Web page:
(ran South, East, Beach, Seminole editions)
It seemed to take forever, but bustle has returned to the old Mercy Hospital site.
The Johnnie Ruth Clarke Health Center, a few months past its groundbreaking, is powering out of the ground, filling a gaping cavity along 22nd Street S.
The 22,000-square-foot project will bring the widest array of medical services to its neighborhood since Mercy closed in 1966. The center, 1344 22nd St. S, is expected to open in December.
Frank Kempeneer, Bandes Construction's supervisor for the project, wants to knock wood about the finish date.
"Last (month) was hell on me with five days of rain," Kempeneer said.
But the Belgian-born, 50-year construction veteran also worked the Center for Achievement job three blocks north. Its grand opening was last month. That job, Kempeneer said, came in 71 days ahead of schedule.
Early this week, the health center's walls were well up. Roof support systems will go in soon. Kempeneer said he expects the roof to be on in two weeks.
He showed off plans for the interior, which will be a complex of small rooms and offices. Among the services _ in addition to basic health care _ will be dentistry, radiology, ultrasound and behavioral health. There will be obstetrics and pediatrics sections and a pharmacy. Two or three offices for midwives are included.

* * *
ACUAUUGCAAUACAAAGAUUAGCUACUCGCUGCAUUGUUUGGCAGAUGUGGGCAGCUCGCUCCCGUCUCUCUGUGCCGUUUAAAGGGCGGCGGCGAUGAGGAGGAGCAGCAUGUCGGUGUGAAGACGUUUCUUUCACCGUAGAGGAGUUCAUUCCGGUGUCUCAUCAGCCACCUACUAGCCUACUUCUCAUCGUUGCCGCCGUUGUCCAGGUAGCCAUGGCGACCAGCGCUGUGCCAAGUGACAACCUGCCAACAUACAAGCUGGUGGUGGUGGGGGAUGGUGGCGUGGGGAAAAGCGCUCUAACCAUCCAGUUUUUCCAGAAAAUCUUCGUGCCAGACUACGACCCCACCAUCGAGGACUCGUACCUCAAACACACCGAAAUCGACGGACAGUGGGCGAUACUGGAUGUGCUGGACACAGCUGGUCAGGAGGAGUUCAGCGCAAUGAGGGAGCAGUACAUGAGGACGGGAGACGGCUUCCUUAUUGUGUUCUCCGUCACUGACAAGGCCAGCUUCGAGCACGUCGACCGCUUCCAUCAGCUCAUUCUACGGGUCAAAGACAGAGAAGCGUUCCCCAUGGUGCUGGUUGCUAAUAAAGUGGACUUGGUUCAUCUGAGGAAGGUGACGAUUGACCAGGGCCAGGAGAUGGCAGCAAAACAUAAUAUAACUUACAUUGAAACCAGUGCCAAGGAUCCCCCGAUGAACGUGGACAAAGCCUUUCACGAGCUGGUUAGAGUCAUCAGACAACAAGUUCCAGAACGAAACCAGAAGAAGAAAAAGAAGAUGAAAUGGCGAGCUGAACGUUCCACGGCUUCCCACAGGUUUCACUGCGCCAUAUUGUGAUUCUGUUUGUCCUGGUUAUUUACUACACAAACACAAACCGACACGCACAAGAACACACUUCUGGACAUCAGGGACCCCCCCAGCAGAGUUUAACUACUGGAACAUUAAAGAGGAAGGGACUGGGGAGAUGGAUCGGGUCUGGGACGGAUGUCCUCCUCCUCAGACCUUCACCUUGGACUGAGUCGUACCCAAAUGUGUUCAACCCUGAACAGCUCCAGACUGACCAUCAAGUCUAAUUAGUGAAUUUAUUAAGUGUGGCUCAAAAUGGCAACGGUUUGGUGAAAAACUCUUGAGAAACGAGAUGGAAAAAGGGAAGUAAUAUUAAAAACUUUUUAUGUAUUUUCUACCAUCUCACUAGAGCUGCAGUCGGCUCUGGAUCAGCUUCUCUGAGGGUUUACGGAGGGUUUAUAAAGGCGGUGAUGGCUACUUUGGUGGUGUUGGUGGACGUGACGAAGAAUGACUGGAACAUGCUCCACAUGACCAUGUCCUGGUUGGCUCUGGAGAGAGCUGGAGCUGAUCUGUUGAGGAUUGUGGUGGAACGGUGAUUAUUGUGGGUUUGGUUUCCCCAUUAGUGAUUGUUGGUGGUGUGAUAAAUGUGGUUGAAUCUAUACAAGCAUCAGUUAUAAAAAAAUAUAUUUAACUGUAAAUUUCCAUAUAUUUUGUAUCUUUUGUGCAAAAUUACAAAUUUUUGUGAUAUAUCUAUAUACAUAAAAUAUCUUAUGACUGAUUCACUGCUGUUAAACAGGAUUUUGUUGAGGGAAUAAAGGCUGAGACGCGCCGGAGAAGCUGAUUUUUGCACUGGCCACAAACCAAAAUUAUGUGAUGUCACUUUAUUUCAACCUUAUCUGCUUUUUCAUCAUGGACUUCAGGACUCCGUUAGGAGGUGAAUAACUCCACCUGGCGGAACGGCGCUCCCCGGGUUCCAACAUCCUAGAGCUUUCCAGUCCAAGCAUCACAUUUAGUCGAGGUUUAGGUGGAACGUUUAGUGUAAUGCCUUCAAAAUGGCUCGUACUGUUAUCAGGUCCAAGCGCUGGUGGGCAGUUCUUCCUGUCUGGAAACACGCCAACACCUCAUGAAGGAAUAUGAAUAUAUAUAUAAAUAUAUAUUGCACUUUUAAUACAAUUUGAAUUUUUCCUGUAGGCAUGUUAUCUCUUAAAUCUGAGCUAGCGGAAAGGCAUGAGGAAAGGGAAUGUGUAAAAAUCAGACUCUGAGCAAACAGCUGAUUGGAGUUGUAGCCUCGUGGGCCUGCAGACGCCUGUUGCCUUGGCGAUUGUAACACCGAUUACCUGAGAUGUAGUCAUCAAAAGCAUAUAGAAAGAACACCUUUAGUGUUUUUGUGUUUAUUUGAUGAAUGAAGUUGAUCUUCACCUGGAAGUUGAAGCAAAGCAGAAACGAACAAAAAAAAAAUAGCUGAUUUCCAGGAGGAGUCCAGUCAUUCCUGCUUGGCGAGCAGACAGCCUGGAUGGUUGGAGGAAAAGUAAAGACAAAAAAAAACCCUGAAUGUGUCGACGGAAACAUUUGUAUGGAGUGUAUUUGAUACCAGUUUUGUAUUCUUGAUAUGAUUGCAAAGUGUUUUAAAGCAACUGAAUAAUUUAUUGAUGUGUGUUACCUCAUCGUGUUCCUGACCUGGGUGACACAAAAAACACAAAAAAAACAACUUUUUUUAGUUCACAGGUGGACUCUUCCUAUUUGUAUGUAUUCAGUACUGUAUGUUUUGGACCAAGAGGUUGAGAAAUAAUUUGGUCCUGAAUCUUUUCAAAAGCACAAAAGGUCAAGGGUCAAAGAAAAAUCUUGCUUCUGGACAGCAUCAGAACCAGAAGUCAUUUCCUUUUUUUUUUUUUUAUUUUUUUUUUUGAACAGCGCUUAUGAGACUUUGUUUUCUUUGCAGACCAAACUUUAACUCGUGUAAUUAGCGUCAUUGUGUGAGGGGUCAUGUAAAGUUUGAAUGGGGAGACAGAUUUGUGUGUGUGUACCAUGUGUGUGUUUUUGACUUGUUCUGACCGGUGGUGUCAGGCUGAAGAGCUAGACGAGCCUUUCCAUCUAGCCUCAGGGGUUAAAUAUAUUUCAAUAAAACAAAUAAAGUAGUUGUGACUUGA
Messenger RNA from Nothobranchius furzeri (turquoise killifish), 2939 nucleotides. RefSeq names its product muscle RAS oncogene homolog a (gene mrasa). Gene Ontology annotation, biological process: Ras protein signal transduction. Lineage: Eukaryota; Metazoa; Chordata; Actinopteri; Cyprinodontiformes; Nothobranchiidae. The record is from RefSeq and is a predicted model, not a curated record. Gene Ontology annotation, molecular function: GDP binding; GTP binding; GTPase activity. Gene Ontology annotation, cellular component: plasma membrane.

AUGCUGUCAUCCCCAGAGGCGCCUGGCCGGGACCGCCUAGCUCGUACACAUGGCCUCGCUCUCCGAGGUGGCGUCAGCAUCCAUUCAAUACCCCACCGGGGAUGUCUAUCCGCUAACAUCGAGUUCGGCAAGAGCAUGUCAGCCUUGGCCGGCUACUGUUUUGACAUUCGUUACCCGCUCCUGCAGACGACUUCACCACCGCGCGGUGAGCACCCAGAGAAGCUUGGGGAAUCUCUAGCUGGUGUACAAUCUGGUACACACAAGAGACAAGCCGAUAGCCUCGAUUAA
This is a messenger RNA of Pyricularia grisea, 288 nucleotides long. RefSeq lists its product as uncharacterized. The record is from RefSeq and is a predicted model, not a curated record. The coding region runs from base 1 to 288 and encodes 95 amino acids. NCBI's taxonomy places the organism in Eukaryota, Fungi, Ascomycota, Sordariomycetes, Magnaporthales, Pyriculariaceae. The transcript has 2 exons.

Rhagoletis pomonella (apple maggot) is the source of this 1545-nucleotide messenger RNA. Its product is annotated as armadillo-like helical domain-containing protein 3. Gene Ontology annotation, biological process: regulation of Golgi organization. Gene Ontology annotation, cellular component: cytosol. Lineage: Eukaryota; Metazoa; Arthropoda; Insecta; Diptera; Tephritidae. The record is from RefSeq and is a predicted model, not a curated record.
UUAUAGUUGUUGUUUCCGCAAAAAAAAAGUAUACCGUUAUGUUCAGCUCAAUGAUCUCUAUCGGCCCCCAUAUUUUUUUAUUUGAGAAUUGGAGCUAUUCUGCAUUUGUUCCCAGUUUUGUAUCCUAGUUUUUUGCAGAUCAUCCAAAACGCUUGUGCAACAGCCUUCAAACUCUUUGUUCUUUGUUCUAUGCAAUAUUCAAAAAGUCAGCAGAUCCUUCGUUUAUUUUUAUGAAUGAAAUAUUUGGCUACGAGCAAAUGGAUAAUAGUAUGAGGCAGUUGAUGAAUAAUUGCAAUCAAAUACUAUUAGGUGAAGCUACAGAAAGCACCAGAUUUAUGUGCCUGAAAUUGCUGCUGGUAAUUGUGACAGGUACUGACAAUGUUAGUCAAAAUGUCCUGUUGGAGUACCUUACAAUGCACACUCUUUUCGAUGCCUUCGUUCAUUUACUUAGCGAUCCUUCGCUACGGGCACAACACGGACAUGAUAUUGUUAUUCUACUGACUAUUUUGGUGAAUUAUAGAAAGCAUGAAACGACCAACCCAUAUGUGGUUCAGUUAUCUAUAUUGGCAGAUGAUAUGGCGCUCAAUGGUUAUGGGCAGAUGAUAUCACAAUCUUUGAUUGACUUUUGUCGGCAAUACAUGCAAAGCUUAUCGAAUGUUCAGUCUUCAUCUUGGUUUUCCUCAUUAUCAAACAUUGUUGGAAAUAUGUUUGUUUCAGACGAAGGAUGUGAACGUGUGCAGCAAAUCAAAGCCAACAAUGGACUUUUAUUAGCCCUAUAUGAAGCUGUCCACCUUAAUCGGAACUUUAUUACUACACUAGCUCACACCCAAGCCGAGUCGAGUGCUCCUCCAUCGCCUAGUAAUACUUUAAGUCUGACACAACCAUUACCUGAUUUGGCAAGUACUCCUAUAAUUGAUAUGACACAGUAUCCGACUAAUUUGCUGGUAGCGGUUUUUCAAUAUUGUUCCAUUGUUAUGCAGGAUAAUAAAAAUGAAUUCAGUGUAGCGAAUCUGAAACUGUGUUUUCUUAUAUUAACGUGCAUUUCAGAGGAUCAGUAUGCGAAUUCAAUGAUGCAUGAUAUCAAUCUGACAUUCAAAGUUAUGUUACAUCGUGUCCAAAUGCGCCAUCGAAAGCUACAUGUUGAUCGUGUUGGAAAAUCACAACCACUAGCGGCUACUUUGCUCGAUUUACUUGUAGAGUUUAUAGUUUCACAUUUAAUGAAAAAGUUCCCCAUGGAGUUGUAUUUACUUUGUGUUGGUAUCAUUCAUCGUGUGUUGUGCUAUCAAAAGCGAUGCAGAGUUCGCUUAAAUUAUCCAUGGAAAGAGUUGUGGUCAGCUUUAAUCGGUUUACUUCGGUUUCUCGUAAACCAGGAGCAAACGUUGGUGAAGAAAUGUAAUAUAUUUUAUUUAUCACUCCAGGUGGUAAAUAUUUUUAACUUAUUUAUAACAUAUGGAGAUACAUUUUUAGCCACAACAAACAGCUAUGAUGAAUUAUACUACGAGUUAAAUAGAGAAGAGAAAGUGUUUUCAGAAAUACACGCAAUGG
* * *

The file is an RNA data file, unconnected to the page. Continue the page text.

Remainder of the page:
After serving African-Americans for 43 years during the segregation era, Mercy closed in 1966 and slid into an ever drowsier existence.
A few social service offices came and went. Activity died, and the city named the abandoned site historic in 1994. Eventually, all that remained was one of the original hospital's battered buildings.
The old structure is getting special attention _ and an updating.
"What I got to do, when I walk away from it, it's got to be identical to the old one," Kempeneer said.
Concrete floors will replace wood. Otherwise, the shape and design will remain true to the original, he said.
Meanwhile, a section between the old building and the new center will be built as a small museum to house Mercy Hospital memorabilia.
Viewed as a Jim Crow relic when it closed, Mercy has attained an aura of nostalgia. It also has become a symbol of African-American perseverance in a segregated society.
Named for the late nurse and educator who died in 1978, the health center is viewed as a vitally needed amenity in one of the city's poorer neighborhoods.
It also is expected to be a catalyst for revival efforts along 22nd Street S.
"I think in addition to providing needed health care, it will bring much needed traffic to 22nd Street, which means the businesses along 22nd Street can benefit, both from the traffic and the clientele," said Goliath Davis, deputy mayor for Midtown.
A $3.75-million federal grant financed most of the project. The city has kicked in another $400,000. The center's annual operating budget of $2-million will be supported by federal money.
Since 1985, the Johnnie Ruth Clarke Health Center has worked out of the Lakeview Presbyterian Church, 1310 22nd Ave. S.
Clarke was a St. Petersburg native who worked most of her life to improve living conditions for poor people. She was the first black person to receive a doctorate from the University of Florida.